At one point, when I could see rain falling from the clouds behind me, I decided to take shelter, rather than get soaked out in the open. I brought my bike into a tunnel, what seemed to be a dried-up river bed, and waited there for the rain clouds to pass. Sitting near cow poop on the ground and birds in the eaves, I was able to see what water views as it flows into the lake – scattered rock, raised edges, scrub lining its path, small trees along the shore and the vast blue of sky and water. I watched the waves grow larger and whitecapped, in protest, as the wind blew more strongly.

In Khaji-Say, a lakeside village with a spectacular stretch of shore, I took a picture of a roadside lepushka-baker’s daughter. When I promised to send him a copy, he handed me a round, fresh lepushka. I was able to enjoy the hot, yeasty bread on a cliff, while overlooking the lake.

The mountains transformed from red to beige, orchards lined part of the shore, and I passed the same fascinating cemetery-towns that line the lake elsewhere.

When I reached Tamga and waited on the roadside for a passing marshrutka, I looked out on a bay that resembled a giant blue vase, filled with water like a gourd. The water shimmered in the warm, bright wind, extending out to the horizon of white mountains. Behind me rose rocky, sand cliffs, groves of bright green poplars, wrinkled mountains and snowy peaks. The southern part of the lake belongs to national park territory.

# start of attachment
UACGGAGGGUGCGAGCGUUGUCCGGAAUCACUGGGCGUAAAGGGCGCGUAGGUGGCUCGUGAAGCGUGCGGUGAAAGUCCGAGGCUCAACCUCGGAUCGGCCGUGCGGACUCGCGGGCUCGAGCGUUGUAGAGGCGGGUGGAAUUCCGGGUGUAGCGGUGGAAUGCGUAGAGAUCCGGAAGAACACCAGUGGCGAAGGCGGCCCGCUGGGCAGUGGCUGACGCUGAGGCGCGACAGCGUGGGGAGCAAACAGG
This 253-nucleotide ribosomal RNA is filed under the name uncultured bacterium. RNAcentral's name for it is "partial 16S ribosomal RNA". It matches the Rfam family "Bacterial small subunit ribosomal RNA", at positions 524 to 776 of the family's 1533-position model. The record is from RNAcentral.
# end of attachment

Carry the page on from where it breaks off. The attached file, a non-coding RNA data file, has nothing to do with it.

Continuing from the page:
I took a marshrutka back to Bokonbaevo. Enroute, we passed a rowboat with two passengers out on the water. Both me and another passenger stared at this unexpected human presence on the lake. The beauty of the lake is that it’s largely untouched by humans, a giant, powerful magnet attracting vistors to its sides, but not allowing them too far in. That and it’s everchanging combination of silver, blues, greens and white, the endless patterns it forms combining with the clouds, sky, and mountains.

I took an 85 Moskvich to Balykchi. My driver, Turusbek, was a 27-year army veteran, a father of three children in college, a voter for Rysbek Akmatbayev and a nostalgic for Soviet times.

“Lenin was a great man,” he told me. “I can’t imagine where Kyrgyzstan would be without him. People wouldn’t know how to write.” He told me of his admiration for Roosevelt, Kissenger (“he was tricky”) and Kennedy (“a great man”).

“Genghis Khan ruled this area for 300 years,” he recalled. “The Soviet Union lasted only 70. I never would have guessed that such a great empire would disappear in 70 years.”

When I asked him about current politics, he said he liked Bakiyev because he thinks he’s trying. I asked why he voted for Rysbek.

“Isn’t he a bandit?” I asked.

“He was. Definitely. But he’s 46 years old now and has outgrown that. He has enough money that he doesn’t need more money for himself. He’s going to help us.”

We became silent, lost in our journey. I marveled at the joy of reaching places that from a distance looked just like the meeting point of water and sky.

“Look at the clouds, sitting on the mountaintop,” Turusbek commented.

Like a toupe, I thought. Just as the people inherited their landscape, the land took on some aspects of its residents.